Hamlet lists “the Pain of Despised Love” as the worst of life’s burdens, along with ageing, the oppressor’s wrong, the law’s delay, and the insolence of office. What is this thing called Love? It has been defined by God, priests, poets, Freud, pop stars – even the market – as being generally a good thing. In our day we tend to believe the biologists. Love is a brief flirtation with madness.
It could be argued that we do not take many risks when our hearts hook up. The loved one is usually of the same social group and well within our standards of attractiveness. We do not try to get off with a Hugh Jackman or a Katie Cassidy. Still, the girls of our heart’s desire seem towers of desire swaying on five-inch heels, gorgeous legs right up to the start of their strumpet shorts, a décolleté like a bungee jump, diamond-studded nostrils, mascara and eyelashes as false as a phony Monet. (You probably think this piece is about you, you’re so vain). Guys by comparison look feeble in their covering of tattoos, or their grim suit and tie (hardly changed in a century). Amazing that we ever succeed at all.
One guarantee of successful reproduction is that we go slightly nuts, so as to overlook any blemishes and shortcomings in the partner-to-be. So say the biologists anyway. A hormonal rush to the brain arrives, cancelling good sense and logic long enough to get a loving couple to mate, conceive children and perhaps even stay together long enough to raise them. This is an ancient process observable in most mammals – just take a look at your doggie spinning in madcap circles when he sees a pretty poodle across the street. Yet animals can reproduce only when they are in heat. We humans learn to regulate the hormonal love-rush by employing courtly manners and poetic utterances to calm the feedback from our lovey-dovey affliction.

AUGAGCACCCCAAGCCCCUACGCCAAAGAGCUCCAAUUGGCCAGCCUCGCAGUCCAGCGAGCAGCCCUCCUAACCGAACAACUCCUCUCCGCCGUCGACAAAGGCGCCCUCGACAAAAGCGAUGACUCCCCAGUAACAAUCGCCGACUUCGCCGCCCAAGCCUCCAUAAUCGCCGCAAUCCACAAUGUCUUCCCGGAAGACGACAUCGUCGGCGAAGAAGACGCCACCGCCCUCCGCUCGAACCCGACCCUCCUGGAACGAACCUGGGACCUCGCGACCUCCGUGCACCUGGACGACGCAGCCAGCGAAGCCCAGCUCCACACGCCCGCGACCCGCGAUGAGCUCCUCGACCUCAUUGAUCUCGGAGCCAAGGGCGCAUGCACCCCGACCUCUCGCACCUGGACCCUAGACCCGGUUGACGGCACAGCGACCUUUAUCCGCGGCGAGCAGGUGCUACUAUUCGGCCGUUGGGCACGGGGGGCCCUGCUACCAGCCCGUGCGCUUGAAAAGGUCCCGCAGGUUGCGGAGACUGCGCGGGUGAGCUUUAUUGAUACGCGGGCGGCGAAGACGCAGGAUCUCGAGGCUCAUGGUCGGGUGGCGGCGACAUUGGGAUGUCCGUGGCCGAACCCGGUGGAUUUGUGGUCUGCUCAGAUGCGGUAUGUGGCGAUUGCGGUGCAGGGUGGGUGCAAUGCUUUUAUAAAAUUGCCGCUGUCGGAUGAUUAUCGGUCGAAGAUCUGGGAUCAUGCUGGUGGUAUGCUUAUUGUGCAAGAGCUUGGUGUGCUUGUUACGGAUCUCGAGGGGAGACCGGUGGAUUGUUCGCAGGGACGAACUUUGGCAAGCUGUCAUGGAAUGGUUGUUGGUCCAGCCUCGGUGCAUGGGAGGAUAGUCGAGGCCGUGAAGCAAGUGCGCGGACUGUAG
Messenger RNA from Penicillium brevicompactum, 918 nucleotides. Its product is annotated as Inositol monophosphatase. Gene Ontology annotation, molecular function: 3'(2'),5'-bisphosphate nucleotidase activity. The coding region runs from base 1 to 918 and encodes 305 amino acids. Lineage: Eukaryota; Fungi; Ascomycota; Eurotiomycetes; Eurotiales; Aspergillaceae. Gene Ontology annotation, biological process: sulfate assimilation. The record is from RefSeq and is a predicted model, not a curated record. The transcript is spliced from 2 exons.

Speaking of birds, a lot of our love chatter references our feathered friends (in the Sixties your “bird” was your girl). Or consider the mating dance of the Bird of Paradise, or the way poets use bird song to announce the coming nuptials. Yes, birds look upon love with a bright and beady eye. Recently I noticed a couple of quarrelling pigeons in our courtyard. It was sad to see one of them had but a single leg – it seems she had been attacked by a seagull. I hurried down with breadcrumbs to cheer them up. Cheer them up? They danced around me like rappers. Every day I took a handful of bread down to them – and a real understanding grew between us. One day Pa Dove really wanted to demonstrate something. Ma Dove stood there on one leg. Pa Dove hopped up on her and made love, the two of them supported by the one trembling leg. Pa just wanted to prove that one leg did not exclude conjugal rights. Soon after, the hurt leg healed and it emerged from Ma’s downy undercarriage. But when I came down the next day with breadcrumbs, she hauled it up again, perhaps in case I was thinking of halting the mercy meal. Every day I was greeted with joy and as I dropped the breadcrumbs the two hovered above me, their wings fluttering in benediction. Perhaps this is the closest birds can come to making love to us.
Over the last couple of days the couple have changed. The birds do not look at me now. They eat my bread, but only when I’m gone. I do not exist as far as they are concerned.
What went wrong? Something I’ve said? Something I‘ve done? I’m sick as a despised lover…<3